2. Are the patents valid? Prior art, obviousness, overly broad?

      But this seems to be proof that just about anything can get patented regardless of how obvious and stupid it is.

      • I would go with prior art and obviousness, on the "lit portion" bit of the suit. As for the rest of it, I'd be skeptical of any claims of having "invented" a unique controller. I'll admit up front, I'm not ready to examine the patent to decide for myself. I'll leave that to people who actually use game controllers. It's possible that the internals are unique in some non-obvious way, and MS has a valid suit. I wouldn't take that to the bank until the fat lady is done singing though.

        • by brainnolo (688900)
          As far as I have understood the problem here is not the "lit portion" per-se, but the fact that it looks basically identical to the Microsoft one. If you see the Datel controller, you can hardly distinguish it from the Microsoft controller.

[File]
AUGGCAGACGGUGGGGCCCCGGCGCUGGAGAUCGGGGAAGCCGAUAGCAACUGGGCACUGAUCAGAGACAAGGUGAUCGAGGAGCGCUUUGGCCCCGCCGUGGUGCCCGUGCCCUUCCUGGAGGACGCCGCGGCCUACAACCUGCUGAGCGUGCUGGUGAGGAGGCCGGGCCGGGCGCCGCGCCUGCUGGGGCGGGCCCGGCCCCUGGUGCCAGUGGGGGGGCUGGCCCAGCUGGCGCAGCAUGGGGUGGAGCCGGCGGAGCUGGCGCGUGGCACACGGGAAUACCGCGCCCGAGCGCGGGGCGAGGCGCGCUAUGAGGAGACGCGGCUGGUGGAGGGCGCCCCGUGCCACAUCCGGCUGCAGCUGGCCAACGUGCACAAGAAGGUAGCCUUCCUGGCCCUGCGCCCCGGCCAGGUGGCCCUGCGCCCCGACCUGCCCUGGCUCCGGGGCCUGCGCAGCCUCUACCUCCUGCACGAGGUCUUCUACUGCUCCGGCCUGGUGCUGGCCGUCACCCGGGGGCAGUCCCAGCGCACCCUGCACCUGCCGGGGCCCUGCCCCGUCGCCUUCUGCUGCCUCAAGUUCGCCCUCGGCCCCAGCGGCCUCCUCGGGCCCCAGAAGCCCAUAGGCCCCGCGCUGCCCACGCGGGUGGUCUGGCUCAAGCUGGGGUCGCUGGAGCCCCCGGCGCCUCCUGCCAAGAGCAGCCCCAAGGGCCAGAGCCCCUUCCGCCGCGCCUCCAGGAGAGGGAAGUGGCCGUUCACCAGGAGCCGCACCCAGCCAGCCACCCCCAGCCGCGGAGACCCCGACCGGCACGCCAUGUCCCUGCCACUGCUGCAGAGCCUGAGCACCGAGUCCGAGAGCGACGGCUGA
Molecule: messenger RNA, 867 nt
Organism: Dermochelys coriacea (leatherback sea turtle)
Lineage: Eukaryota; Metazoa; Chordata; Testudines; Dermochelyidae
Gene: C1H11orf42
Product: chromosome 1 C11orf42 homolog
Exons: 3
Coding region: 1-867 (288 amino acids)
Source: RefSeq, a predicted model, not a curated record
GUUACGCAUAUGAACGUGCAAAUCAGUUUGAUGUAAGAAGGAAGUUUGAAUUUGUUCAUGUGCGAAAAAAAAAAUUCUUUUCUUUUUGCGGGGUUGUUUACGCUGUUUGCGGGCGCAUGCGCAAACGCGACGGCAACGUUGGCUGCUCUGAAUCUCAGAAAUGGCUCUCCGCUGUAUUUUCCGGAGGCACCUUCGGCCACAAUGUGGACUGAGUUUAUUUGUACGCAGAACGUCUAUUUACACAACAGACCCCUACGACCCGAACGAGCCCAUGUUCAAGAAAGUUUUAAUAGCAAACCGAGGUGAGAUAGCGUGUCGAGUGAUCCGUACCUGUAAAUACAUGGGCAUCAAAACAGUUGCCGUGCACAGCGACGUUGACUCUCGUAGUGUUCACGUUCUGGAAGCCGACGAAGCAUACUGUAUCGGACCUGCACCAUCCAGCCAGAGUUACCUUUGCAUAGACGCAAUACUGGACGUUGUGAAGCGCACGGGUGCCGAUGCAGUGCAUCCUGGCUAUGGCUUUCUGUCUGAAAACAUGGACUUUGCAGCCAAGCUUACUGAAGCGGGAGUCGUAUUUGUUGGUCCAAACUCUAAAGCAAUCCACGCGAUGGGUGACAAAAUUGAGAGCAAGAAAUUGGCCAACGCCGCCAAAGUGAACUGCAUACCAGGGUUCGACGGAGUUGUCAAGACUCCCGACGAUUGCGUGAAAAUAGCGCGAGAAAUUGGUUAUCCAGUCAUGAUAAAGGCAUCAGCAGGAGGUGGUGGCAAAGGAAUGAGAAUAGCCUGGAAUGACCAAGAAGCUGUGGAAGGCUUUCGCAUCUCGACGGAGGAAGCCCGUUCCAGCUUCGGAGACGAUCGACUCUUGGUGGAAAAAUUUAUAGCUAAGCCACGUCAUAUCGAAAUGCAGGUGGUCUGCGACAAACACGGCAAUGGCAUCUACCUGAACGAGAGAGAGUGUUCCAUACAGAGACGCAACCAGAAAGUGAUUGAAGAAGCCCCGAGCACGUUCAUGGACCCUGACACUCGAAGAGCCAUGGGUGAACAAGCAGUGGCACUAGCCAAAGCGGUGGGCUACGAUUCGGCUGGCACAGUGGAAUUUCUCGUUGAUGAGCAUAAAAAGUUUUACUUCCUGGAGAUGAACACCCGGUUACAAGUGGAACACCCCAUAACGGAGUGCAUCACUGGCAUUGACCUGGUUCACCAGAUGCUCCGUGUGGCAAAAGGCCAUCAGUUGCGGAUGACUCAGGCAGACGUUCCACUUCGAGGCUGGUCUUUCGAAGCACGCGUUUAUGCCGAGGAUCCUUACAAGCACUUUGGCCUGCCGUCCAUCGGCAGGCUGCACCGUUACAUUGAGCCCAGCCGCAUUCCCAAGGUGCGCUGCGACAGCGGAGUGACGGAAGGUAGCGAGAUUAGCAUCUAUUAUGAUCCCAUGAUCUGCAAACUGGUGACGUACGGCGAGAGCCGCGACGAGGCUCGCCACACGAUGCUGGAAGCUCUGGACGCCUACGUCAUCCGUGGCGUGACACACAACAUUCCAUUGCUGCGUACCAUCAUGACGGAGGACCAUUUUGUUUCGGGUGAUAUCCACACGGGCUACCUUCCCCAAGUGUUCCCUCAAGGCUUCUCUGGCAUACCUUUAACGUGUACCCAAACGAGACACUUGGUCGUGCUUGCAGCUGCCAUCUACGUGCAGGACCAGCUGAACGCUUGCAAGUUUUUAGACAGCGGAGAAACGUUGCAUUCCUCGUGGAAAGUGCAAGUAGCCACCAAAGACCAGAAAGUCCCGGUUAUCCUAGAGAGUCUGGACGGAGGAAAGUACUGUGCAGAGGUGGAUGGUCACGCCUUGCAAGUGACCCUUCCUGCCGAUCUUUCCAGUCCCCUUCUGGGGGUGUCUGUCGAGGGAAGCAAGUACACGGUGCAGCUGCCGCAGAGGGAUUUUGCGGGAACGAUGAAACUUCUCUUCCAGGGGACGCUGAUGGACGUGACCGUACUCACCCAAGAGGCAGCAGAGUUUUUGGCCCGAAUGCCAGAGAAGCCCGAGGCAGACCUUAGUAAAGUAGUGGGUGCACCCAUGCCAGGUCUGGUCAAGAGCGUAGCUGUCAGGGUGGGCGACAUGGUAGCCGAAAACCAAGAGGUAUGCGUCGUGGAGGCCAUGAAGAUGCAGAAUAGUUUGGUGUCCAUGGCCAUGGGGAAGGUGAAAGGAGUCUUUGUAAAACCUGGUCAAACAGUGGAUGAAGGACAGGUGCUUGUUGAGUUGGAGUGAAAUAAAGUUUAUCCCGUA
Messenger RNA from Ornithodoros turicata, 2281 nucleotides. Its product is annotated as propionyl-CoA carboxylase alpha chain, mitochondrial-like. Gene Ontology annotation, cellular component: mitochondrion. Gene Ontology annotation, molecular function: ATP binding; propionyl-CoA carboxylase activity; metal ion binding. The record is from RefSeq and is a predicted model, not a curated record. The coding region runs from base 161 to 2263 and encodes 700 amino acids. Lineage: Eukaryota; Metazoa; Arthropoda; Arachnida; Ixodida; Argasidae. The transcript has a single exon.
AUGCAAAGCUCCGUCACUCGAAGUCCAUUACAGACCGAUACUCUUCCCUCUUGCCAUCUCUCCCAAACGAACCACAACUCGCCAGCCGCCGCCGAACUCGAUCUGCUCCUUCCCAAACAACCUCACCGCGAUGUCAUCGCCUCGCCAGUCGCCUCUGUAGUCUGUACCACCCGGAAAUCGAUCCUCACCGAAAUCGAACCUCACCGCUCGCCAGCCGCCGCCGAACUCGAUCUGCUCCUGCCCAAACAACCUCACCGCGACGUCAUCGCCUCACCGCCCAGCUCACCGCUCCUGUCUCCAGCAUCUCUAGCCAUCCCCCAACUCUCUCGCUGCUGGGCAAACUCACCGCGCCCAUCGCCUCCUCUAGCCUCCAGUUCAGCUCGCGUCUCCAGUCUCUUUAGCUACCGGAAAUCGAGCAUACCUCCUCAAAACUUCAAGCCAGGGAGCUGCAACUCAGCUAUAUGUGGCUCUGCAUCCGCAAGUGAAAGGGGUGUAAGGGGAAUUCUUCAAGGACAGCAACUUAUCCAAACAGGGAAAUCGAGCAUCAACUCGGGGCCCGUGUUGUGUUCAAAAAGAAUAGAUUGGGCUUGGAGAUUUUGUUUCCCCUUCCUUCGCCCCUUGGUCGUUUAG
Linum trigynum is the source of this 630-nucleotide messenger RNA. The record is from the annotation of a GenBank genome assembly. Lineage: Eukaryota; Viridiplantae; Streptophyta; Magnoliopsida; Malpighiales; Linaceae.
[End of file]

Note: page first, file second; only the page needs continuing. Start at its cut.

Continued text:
• Turbofire Wired Controller [codejunkies.com], while looking similar externally, would not be mistaken as a Microsoft product. If you have seen the XBox 360 controllers, I don't think you would confuse this with being the same. I'd expect competing controllers to look similar in layout since games are documented to use that sort of layout. As for the contours of the control and the internal components, I wouldn't expect them to be the same (other than basics that just about all controllers use for detecting a press of a bu
    • Re: (Score:3, Informative)

      by canajin56 (660655)

      Oops, they aren't. They are design patents, not hardware patents. I mean, obviously you couldn't patent having a light on a control to show its mode. Turbofire controllers for the NES had lights on them. What you can patent via design patent, though, is having a light in a particular spot. And handgrips in a particular shape. Analog sticks in a particular spot. And so on. Basically, you can't make a controller that has anything at all in common with the xbox controller, because it's protected by a